I mentioned last month that I’d spun the 20g of undyed BFL fibre – it came to somewhere in the region of 115m (I don’t have a proper measuring tool at the moment, so I think it’s somewhere in the ballpark, but I definitely need to get me a niddy-noddy!) and has been wound onto a toilet roll for storage until I know what I’m going to do with it.
Undyed BFL single
The resin Wildcraft spindle is an absolute joy to use – my other spindle seems very lumpy and heavy in comparison! Unfortunately, I managed to step on it and crack the shaft (so not complete destruction, but still upsetting). Luckily Karen from Wildcraft is absolutely fantastic, and reassured me, after I’d been self-pitying on Ravelry, that the warranty on the spindle even covers, in her words, “acts of muppetry”, so I’ve sent it back to her to be repaired or replaced. (I am so impressed with her customer service, I can’t even tell you.) So I had to unwind the lovely acidy-limey green merino I’d been spinning – which is also now on a toilet roll and which I really have no idea about the length of, because I didn’t even try to measure it – it’s only a tiny percentage of the total 50g of fibre.
Lime green merino single
So I am back to my first, unidentified wooden spindle, which weighs a lot more than the resin spindle did – nearly 50g I think. I didn’t try the merino on it – it was quite difficult to get the hang of it even on the lighter spindle because it’s slippery and has a fairly short staple, so trying to get the same thickness of single on the heavier one would be, I think, beyond my capabilities. I tried some alpaca/merino blend which I’d bought from someone on Ravelry, but I just could not get it to spin at all. It was terrible.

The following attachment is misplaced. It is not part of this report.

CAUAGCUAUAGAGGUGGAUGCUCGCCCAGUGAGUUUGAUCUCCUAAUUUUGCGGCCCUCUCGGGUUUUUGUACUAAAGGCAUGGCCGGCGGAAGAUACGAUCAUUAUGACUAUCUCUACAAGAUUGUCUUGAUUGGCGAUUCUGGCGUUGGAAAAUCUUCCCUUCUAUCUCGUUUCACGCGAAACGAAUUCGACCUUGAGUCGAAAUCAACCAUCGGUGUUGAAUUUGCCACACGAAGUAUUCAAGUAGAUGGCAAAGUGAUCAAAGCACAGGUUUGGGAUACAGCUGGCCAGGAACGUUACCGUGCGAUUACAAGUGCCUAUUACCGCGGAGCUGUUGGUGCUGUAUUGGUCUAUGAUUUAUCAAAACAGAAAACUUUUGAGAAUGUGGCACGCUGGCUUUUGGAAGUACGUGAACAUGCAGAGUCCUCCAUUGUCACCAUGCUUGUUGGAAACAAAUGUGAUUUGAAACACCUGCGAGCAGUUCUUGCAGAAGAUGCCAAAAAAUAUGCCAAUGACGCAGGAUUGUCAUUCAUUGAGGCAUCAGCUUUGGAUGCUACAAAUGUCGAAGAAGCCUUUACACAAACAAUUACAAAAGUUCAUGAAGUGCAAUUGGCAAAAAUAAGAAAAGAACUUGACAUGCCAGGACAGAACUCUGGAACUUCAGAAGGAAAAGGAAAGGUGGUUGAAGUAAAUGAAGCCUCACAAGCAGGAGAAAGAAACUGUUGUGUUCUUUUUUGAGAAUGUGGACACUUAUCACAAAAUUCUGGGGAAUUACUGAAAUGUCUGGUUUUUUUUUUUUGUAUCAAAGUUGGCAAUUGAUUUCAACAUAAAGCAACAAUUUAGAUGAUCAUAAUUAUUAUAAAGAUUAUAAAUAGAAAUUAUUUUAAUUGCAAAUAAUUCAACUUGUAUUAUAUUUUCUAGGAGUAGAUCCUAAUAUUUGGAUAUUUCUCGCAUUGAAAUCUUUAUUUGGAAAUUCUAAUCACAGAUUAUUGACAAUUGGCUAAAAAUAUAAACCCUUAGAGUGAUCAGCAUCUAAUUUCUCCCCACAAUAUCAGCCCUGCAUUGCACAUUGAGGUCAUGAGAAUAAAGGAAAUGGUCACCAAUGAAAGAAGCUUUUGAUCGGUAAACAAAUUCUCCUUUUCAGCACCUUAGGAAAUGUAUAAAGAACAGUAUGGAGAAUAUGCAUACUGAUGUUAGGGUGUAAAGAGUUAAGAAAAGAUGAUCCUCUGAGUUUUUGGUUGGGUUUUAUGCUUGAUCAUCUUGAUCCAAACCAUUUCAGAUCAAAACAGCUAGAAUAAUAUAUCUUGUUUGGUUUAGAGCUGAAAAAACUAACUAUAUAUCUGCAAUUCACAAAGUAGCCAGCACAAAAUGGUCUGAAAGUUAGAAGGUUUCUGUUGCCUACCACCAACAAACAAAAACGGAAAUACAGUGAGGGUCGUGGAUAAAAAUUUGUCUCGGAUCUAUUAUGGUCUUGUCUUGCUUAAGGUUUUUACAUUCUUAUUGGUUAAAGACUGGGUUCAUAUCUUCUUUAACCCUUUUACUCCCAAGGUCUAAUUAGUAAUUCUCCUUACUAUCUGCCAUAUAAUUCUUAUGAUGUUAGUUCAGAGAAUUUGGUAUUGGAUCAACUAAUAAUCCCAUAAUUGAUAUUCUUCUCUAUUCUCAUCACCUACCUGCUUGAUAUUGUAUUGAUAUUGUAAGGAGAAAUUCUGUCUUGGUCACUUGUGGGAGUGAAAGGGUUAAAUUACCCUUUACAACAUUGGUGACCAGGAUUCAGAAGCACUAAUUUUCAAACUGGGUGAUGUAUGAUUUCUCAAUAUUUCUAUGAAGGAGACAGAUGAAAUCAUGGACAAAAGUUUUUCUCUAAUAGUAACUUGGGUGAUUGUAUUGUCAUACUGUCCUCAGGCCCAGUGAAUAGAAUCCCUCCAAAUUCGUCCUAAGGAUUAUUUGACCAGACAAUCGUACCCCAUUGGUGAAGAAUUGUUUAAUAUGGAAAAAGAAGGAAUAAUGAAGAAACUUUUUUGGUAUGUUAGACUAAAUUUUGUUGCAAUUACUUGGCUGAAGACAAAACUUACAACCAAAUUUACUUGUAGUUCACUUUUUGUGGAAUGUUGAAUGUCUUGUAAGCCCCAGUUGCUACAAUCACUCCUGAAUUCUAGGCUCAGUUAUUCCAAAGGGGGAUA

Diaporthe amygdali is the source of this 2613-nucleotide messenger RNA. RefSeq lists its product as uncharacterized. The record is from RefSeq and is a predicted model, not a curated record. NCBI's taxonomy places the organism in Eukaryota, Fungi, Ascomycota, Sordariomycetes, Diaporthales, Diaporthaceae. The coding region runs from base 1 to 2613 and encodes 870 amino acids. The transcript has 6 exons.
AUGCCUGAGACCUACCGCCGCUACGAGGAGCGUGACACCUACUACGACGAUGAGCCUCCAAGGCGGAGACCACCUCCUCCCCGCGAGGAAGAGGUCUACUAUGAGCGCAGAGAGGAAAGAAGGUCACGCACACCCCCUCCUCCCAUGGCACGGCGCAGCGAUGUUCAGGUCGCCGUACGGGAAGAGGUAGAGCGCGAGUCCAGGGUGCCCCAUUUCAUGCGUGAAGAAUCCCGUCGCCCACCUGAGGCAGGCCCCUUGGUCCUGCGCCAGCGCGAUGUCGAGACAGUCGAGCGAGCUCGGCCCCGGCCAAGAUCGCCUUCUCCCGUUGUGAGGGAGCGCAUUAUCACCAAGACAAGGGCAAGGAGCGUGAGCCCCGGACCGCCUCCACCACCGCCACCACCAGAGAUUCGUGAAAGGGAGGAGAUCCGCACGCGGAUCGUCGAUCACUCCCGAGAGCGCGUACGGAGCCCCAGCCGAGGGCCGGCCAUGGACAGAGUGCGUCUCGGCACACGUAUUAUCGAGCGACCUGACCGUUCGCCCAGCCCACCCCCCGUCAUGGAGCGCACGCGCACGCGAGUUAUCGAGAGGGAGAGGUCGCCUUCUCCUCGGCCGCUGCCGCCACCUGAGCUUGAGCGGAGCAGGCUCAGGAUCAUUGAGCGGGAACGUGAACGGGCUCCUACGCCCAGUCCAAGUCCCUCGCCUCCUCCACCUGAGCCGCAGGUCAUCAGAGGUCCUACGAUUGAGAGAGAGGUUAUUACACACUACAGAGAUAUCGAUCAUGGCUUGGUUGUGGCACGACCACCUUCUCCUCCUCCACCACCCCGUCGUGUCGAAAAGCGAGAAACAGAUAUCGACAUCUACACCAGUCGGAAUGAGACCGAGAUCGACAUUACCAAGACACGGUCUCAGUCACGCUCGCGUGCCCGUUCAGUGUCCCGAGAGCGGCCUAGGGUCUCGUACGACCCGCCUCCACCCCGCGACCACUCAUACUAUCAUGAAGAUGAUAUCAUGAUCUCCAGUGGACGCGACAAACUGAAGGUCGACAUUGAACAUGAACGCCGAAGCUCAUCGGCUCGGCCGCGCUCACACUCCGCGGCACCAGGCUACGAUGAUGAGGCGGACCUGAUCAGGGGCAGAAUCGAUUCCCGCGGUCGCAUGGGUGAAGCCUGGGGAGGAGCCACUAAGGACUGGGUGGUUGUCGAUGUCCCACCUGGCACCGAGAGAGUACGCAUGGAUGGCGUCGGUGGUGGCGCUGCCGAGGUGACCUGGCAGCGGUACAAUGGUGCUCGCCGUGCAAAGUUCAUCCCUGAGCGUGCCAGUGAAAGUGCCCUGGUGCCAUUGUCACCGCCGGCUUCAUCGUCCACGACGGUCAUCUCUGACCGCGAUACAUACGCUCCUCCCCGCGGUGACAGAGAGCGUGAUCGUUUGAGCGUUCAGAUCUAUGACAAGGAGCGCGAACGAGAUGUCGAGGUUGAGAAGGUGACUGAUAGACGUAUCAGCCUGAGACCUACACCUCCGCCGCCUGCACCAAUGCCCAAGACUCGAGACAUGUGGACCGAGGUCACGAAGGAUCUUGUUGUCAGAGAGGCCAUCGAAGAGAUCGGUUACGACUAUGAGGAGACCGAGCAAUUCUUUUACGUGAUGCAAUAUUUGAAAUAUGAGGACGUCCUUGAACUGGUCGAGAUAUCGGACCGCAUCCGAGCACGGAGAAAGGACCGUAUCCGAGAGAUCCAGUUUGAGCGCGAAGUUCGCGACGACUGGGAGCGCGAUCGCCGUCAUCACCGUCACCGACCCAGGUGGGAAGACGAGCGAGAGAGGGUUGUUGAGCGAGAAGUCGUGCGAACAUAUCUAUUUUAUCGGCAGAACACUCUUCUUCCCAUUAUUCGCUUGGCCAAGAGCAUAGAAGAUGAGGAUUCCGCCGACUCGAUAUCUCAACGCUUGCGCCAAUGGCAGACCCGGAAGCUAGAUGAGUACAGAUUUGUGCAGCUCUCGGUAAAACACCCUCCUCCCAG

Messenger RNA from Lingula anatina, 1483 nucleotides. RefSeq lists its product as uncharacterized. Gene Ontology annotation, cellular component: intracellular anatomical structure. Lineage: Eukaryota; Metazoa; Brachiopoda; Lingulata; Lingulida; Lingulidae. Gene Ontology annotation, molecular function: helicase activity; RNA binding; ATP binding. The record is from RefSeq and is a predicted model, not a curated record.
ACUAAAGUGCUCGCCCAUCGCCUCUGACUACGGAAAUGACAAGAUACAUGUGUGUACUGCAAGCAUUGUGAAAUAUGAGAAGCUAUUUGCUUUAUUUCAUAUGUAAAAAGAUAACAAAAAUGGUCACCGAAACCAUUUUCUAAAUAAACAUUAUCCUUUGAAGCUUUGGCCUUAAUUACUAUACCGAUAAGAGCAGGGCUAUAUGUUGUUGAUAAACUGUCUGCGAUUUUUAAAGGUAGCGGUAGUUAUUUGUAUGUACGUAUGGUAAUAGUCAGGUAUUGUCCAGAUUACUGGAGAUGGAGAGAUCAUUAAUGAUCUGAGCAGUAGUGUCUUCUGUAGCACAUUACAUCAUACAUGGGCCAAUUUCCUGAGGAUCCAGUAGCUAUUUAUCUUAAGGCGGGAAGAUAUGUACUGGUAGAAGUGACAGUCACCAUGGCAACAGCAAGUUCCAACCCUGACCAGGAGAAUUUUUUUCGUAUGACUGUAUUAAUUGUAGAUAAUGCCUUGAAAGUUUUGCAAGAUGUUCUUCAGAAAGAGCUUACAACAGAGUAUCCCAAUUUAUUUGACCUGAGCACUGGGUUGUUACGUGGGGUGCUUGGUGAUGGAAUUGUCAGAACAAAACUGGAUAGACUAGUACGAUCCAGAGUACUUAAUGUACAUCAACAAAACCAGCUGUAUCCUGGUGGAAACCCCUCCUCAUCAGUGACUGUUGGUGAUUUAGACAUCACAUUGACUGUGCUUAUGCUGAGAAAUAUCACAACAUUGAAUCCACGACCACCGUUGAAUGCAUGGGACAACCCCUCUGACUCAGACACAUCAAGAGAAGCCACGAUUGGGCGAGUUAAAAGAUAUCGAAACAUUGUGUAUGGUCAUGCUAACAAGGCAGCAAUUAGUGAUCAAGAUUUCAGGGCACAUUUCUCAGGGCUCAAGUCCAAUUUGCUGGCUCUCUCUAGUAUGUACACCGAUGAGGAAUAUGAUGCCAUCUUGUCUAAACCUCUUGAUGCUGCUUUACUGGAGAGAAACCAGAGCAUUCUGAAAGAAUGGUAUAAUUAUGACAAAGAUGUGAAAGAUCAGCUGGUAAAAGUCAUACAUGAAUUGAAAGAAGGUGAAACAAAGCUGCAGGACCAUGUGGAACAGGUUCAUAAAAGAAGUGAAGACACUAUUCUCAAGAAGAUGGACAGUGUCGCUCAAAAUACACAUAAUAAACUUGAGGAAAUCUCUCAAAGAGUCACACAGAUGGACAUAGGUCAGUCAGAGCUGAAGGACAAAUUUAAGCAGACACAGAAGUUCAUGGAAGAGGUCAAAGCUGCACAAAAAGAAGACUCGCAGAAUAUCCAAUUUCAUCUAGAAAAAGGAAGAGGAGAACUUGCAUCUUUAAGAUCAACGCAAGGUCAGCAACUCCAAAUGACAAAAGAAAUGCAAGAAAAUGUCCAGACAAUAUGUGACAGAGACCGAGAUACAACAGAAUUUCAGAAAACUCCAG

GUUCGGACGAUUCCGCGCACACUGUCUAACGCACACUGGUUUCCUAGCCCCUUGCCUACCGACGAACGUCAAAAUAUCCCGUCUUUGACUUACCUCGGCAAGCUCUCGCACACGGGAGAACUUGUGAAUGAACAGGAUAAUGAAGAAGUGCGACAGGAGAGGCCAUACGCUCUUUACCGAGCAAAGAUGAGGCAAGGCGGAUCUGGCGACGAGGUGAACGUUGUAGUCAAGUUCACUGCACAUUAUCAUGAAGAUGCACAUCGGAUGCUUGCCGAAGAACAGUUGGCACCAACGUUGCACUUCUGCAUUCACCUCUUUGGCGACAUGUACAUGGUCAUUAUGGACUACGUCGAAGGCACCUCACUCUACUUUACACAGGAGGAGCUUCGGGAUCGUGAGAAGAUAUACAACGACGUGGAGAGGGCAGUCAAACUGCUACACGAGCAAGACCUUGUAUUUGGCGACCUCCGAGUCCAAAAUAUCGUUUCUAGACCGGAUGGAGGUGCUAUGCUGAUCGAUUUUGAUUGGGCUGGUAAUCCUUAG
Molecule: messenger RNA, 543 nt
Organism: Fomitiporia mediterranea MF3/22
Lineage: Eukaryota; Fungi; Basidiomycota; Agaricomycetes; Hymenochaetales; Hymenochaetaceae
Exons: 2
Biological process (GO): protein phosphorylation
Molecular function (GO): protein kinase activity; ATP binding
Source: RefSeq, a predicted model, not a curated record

So I thought I’d try some of the giant bag of undyed alpaca which I bought at Wonderwool a couple of years ago, and haven’t done anything with because… well, for the first year, because I didn’t know how to spin and I didn’t want to use it to try to learn with, because it’s so lovely. But I was starting to miss spinning, so I thought I’d give it a try, just in case. And it seems fine, even though everything I’ve read has said that alpaca should be spun on a lightweight spindle. I haven’t spun much of it yet, because I haven’t been spinning much at all over the past few weeks – I’ve been knitting (see below) instead – but I spent some time pulling sections of fibre from the absolutely enormous alpaca batts and removing any vegetable matter and lumps of compacted fibre, in preparation for a proper chunk of spinning. I’m looking forward to it, but the fibre has been sitting in my living room for so long it feels slightly odd to actually be working with it!
In a burst of pre-Easter enthusiasm, I knitted two little bunnies. They are incredibly simple – just a knitted square sewn up (using nice big, simple stitches) so that two of the corners make the ears. The hardest bit is sewing the faces. I combed through all of the projects with photos on Ravelry and tried to copy the best bunny-faces that I found, but I wasn’t entirely successful.
The cream bunny is okay, though I think it looks a bit befuddled. The grey one, apart from the fact that I put the face in the wrong place and so it’s constantly looking up, has a faintly scary look. Or maybe that’s just my imagination…
The grey one was the first one finished, and I think the needles I used were too small – the fabric was very thick and had the flexibility of leather. In the end it sewed up better than I’d expected, but probably isn’t good enough for a gift. (I sent the cream one to my mum – she mocked its lack of legs, but assures me it’s in pride of place in the living room. Hm.)
I also decided to finally knit myself a pair of the “Alice” fingerless gloves which I’d made for my sister last year, using the lovely teal Debbie Bliss cashmerino yarn I bought last year. They’ve turned out nicely, and were a very easy knit, which I knew they would be, of course. My next pair of gloves will definitely have an actual thumb, though!